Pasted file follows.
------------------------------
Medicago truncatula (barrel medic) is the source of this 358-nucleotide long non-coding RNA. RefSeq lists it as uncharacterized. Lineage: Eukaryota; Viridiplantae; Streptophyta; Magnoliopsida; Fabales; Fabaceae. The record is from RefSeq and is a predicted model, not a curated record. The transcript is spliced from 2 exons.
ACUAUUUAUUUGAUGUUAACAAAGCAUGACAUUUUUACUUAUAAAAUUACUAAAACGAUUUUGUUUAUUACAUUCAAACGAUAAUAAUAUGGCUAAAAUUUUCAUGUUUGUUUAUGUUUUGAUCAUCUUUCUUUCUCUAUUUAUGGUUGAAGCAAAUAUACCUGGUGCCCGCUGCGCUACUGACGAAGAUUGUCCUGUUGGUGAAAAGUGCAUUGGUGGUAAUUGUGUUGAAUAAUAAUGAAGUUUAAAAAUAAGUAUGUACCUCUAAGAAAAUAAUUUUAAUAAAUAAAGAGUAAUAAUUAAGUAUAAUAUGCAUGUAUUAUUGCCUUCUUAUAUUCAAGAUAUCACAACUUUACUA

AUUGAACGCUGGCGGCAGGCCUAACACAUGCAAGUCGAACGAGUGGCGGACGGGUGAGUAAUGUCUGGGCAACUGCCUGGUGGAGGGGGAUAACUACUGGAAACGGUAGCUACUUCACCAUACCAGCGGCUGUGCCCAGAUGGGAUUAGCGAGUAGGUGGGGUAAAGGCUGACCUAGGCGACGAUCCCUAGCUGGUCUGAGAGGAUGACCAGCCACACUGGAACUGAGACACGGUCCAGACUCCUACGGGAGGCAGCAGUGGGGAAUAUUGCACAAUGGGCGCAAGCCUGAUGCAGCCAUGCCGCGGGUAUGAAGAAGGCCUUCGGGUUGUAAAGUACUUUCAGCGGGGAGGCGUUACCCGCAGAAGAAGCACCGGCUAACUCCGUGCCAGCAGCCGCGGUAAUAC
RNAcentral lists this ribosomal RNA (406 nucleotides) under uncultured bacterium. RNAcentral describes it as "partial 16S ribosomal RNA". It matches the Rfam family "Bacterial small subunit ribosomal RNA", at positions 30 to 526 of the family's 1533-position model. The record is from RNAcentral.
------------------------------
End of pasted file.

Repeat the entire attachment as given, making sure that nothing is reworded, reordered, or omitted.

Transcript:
Medicago truncatula (barrel medic) is the source of this 358-nucleotide long non-coding RNA. RefSeq lists it as uncharacterized. Lineage: Eukaryota; Viridiplantae; Streptophyta; Magnoliopsida; Fabales; Fabaceae. The record is from RefSeq and is a predicted model, not a curated record. The transcript is spliced from 2 exons.
ACUAUUUAUUUGAUGUUAACAAAGCAUGACAUUUUUACUUAUAAAAUUACUAAAACGAUUUUGUUUAUUACAUUCAAACGAUAAUAAUAUGGCUAAAAUUUUCAUGUUUGUUUAUGUUUUGAUCAUCUUUCUUUCUCUAUUUAUGGUUGAAGCAAAUAUACCUGGUGCCCGCUGCGCUACUGACGAAGAUUGUCCUGUUGGUGAAAAGUGCAUUGGUGGUAAUUGUGUUGAAUAAUAAUGAAGUUUAAAAAUAAGUAUGUACCUCUAAGAAAAUAAUUUUAAUAAAUAAAGAGUAAUAAUUAAGUAUAAUAUGCAUGUAUUAUUGCCUUCUUAUAUUCAAGAUAUCACAACUUUACUA

AUUGAACGCUGGCGGCAGGCCUAACACAUGCAAGUCGAACGAGUGGCGGACGGGUGAGUAAUGUCUGGGCAACUGCCUGGUGGAGGGGGAUAACUACUGGAAACGGUAGCUACUUCACCAUACCAGCGGCUGUGCCCAGAUGGGAUUAGCGAGUAGGUGGGGUAAAGGCUGACCUAGGCGACGAUCCCUAGCUGGUCUGAGAGGAUGACCAGCCACACUGGAACUGAGACACGGUCCAGACUCCUACGGGAGGCAGCAGUGGGGAAUAUUGCACAAUGGGCGCAAGCCUGAUGCAGCCAUGCCGCGGGUAUGAAGAAGGCCUUCGGGUUGUAAAGUACUUUCAGCGGGGAGGCGUUACCCGCAGAAGAAGCACCGGCUAACUCCGUGCCAGCAGCCGCGGUAAUAC
RNAcentral lists this ribosomal RNA (406 nucleotides) under uncultured bacterium. RNAcentral describes it as "partial 16S ribosomal RNA". It matches the Rfam family "Bacterial small subunit ribosomal RNA", at positions 30 to 526 of the family's 1533-position model. The record is from RNAcentral.